Why good razor wire doesn't make good neighbors
The United States Embassy in Islamabad is a wary and reluctant piñata. Scheduled to meet the embassy's cultural affairs officers at 2 pm on a weekday afternoon in late May, I found myself running at least twenty minutes behind as I navigated a labyrinth of razor-wire-topped walls, car inspectors, metal detectors and interrogators.
Understanding and influencing public attitudes and those who shape them, beyond the traditional diplomacy of government-to-government contact, is the "work" of public diplomacy in our globalized world.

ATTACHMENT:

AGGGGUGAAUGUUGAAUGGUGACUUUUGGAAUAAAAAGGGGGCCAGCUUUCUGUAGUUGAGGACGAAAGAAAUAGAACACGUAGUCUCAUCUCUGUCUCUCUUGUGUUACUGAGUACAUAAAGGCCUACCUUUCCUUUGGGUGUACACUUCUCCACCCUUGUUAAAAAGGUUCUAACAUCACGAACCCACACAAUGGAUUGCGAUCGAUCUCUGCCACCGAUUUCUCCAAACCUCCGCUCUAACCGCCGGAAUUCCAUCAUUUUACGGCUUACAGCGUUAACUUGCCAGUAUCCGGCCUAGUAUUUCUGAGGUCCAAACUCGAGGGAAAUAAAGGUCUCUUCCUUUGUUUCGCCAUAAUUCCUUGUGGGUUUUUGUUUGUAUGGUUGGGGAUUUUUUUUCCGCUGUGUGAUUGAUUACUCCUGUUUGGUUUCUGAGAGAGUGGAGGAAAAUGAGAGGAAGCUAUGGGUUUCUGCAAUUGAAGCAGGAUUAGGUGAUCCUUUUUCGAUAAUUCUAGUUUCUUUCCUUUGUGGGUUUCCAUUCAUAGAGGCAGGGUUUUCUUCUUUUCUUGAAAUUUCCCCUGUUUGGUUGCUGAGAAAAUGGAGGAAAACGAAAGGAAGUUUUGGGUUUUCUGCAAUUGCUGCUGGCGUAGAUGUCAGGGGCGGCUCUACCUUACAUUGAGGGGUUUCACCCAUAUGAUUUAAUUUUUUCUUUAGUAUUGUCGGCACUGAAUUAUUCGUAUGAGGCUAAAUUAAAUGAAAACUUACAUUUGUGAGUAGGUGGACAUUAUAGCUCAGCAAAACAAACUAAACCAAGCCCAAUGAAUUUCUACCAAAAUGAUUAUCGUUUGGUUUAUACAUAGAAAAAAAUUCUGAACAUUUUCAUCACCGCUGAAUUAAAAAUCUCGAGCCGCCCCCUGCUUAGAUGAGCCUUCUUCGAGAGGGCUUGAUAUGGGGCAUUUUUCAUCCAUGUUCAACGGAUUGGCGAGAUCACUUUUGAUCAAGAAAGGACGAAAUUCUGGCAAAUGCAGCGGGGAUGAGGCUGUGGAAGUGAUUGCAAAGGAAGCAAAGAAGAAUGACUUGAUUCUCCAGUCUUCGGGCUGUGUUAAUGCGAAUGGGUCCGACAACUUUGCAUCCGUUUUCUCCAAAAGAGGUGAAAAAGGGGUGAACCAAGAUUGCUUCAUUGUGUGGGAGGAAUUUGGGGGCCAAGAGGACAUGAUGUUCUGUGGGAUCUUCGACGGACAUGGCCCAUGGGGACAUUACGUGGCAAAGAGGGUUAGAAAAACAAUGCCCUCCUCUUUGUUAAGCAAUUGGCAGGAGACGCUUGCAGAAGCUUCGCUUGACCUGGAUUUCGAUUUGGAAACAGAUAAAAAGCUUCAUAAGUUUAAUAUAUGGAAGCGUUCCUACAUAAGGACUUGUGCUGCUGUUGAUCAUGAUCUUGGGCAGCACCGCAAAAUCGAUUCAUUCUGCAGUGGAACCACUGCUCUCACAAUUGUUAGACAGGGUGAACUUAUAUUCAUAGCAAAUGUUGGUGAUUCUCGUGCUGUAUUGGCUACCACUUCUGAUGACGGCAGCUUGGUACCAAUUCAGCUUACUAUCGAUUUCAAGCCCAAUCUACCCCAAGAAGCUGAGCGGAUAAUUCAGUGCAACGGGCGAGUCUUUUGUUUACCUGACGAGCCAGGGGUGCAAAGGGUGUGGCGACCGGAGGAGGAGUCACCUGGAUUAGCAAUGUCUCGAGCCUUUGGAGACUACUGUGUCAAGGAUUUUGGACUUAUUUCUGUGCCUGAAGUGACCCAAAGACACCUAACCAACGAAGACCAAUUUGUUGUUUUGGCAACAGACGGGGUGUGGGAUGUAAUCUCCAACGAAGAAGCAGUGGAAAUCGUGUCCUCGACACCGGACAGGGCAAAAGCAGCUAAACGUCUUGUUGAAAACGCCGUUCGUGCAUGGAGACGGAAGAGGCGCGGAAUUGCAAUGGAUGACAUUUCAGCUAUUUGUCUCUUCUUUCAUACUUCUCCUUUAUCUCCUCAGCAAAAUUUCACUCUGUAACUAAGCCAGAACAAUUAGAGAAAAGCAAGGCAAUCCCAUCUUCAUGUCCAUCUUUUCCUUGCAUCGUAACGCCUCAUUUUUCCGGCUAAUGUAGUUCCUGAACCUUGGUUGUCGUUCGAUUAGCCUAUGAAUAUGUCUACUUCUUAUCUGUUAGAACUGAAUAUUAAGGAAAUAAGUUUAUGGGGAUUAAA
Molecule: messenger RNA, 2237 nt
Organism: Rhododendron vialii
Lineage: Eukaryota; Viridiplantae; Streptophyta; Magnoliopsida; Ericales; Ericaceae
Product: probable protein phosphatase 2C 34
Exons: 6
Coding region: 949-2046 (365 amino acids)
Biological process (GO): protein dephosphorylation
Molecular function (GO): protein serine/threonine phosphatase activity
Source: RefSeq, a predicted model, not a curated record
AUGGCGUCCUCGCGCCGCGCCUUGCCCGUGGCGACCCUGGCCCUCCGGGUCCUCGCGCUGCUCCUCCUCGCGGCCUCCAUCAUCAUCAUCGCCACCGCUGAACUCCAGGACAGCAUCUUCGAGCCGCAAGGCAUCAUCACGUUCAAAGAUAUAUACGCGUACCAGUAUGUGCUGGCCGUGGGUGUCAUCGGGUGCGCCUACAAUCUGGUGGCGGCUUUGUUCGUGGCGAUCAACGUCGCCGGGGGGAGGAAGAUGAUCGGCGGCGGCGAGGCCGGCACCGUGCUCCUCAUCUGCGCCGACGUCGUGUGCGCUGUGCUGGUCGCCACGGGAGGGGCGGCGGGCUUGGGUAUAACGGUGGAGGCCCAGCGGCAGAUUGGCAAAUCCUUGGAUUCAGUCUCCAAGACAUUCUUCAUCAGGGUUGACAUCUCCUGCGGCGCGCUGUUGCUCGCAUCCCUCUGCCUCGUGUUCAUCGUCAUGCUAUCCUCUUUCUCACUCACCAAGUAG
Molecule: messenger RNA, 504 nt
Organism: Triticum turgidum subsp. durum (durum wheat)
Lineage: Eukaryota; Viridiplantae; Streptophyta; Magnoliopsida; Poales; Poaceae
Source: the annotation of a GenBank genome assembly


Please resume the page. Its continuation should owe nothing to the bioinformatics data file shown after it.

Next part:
More than ever, almost daily improvements in communications technology and the ability to have a true transnational flow of ideas and information, has transformed the conduct of public diplomacy. It has made it both more important and more challenging for the successful formation and execution of foreign policies by governments and a range of multi-national authorities.